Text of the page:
Mandate Of Heaven: In China, A New Generation Of Entrepreneurs, Dissidents, Bohemians And Technocra
Orville Schell - 1995
In "Mandate of Heaven" Orville Schell, one of America's foremost China specialists, interprets these conflicting developments and brilliantly documents the new power structures, economic initiatives, and cultural changes that have transformed China since the Tiananmen Square demonstrations of 1989. Schell takes readers on a series of journeys inside this latter-day People's Republic and introduces us to a broad spectrum of people, from students and workers to entrepreneurs, pop stars, and party officials, who, although they acted out the drama of the Square, are now playing the prominent roles in China's high-speed economic rush into the future.As China's role on the world stage grows, it becomes increasingly important that the West acquaint itself with the people who will be leading it into the twenty-first century. "Mandate of Heaven" is the authoritative and definitive account of this generation as it moves into a capitalist economic future while still clinging to the structures of its communist past.
Michael Billig - 1995
While traditional theorizing has tended to the focus on extreme expressions of nationalism, the author turns his attention to the everyday, less visible forms which are neither exotic or remote, he describes as `banal nationalism'.The author asks why people do not forget their national identity. He suggests that in daily life nationalism is constantly flagged in the media through routine symbols and habits of language. Banal Nationalism is critical of orthodox theories in sociology, politics and social psychology for ignoring this core feature of national identity. Michael Billig argues forcefully that wi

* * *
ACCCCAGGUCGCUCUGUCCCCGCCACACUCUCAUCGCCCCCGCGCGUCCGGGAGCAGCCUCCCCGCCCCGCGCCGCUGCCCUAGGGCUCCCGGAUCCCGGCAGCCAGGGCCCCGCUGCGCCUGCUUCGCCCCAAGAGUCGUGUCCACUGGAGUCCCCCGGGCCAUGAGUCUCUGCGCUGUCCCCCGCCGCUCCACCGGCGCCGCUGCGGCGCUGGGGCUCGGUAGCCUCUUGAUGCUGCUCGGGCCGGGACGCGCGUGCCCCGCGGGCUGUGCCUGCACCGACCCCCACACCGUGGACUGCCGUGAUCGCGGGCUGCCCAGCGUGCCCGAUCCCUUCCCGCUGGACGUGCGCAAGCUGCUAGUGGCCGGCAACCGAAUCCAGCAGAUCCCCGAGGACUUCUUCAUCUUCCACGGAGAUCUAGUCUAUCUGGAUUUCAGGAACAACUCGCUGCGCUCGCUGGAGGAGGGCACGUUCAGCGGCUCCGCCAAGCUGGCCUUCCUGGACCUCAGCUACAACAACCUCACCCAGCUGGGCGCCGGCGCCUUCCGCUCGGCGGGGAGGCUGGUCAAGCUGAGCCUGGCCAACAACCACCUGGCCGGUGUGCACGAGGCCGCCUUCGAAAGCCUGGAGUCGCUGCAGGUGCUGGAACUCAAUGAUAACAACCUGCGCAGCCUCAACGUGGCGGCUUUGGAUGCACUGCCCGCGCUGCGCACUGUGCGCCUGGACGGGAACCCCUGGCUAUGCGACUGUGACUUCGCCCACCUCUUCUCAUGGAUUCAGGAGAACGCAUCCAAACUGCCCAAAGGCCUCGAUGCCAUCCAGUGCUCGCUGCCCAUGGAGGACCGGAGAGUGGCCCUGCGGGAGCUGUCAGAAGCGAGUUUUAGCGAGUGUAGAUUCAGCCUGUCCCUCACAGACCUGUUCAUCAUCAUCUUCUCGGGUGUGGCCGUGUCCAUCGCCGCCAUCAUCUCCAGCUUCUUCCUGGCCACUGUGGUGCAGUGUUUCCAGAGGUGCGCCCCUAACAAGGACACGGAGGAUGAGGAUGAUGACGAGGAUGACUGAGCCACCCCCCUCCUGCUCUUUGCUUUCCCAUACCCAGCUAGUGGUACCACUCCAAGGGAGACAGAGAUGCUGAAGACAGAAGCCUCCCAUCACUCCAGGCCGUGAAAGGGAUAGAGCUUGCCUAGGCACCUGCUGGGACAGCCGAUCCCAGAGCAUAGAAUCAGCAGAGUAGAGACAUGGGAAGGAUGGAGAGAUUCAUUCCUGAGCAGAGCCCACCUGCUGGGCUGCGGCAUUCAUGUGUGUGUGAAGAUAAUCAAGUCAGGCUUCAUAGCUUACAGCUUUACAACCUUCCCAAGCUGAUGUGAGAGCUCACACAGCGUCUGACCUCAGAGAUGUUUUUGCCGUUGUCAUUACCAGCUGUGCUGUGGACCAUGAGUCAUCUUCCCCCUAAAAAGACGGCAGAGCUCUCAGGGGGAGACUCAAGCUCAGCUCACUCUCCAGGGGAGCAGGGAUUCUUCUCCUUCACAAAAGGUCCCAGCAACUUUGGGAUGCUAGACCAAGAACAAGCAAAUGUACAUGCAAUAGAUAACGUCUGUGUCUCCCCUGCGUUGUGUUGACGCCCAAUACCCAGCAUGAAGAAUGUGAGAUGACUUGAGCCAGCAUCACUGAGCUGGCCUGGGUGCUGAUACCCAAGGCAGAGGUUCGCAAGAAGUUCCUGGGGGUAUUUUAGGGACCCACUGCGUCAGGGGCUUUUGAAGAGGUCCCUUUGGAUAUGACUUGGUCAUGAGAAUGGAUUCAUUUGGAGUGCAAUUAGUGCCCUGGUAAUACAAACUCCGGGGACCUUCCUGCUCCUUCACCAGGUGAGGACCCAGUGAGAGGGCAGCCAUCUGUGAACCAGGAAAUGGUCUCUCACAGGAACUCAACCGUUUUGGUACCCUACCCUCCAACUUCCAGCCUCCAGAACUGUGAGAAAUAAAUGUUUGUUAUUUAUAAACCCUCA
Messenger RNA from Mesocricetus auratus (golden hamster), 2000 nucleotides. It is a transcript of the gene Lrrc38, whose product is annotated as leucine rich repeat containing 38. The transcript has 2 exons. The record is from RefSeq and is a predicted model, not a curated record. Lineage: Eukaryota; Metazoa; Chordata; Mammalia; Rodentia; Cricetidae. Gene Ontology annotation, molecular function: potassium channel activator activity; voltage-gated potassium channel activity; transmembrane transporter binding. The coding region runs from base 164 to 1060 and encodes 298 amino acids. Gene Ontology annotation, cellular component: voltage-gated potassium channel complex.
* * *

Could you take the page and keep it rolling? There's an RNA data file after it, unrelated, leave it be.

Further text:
The Female Thermometer: Eighteenth-Century Culture and the Invention of the Uncanny
Terry Castle - 1995
The Female Thermometer collects Castle's essays on phantasmagoria in eighteenth-century literature and culture. Taking as her emblem the fanciful "female thermometer, " an imaginary instrument invented by eighteenth-century satirists to measure levels of female sexual arousal, Castle explores the ways in which the rationalist imperative of the age paradoxically worked to produce what Freud called the uncanny and what she calls the "impinging strangeness" of the eighteenth-century imagination. Castle offers a haunting portrait of a remarkable epoch, with essays on doubling and fantasy in the novels of Defoe and Richardson, the hallucinatory obsessions of Gothic fiction, sexual impersonators, the dream-like world of the eighteenth-century masquerade, magic-lantern shows, automata, and other surreal inventions of Enlightenment science. The Female Thermometer explores the links between material culture, gender, and the rise of modern forms and formulas of subjectivity, effectively rewriting the cultural history of modern Europe from a materialist and feminist perspective.
Reluctant Pioneer: How I Survived Five Years in the Canadian Bush
Thomas Osborne - 1995
The view 16-year-old Thomas Osborne first had of Muskoka was at night, trudging alone with his even younger brother along unmarked primitive roads to find their luckless father who, in 1875, had decided to make a new start for his beleaguered family on some "free land" in the bush east of the pioneer village of Huntsville, Ontario. The miracle is that Thomas lived to tell the tale.For the next five years Thomas endured starvation, falling through the ice and freezing, accidents with axes and boats, and narrow escapes from wolves and bears. Many years later, after returning to the United States, Osborne wrote down all his adventures in a graphic memoir that has become, in the words of author and journalist Roy MacGregor, "an undiscovered Canadian classic."Reluctant Pioneer provides a brooding sense of adventure and un- sentimental realism to deliver a powerful account of pioneer life where tragedies arrive as naturally as rain and where humour resides in irony.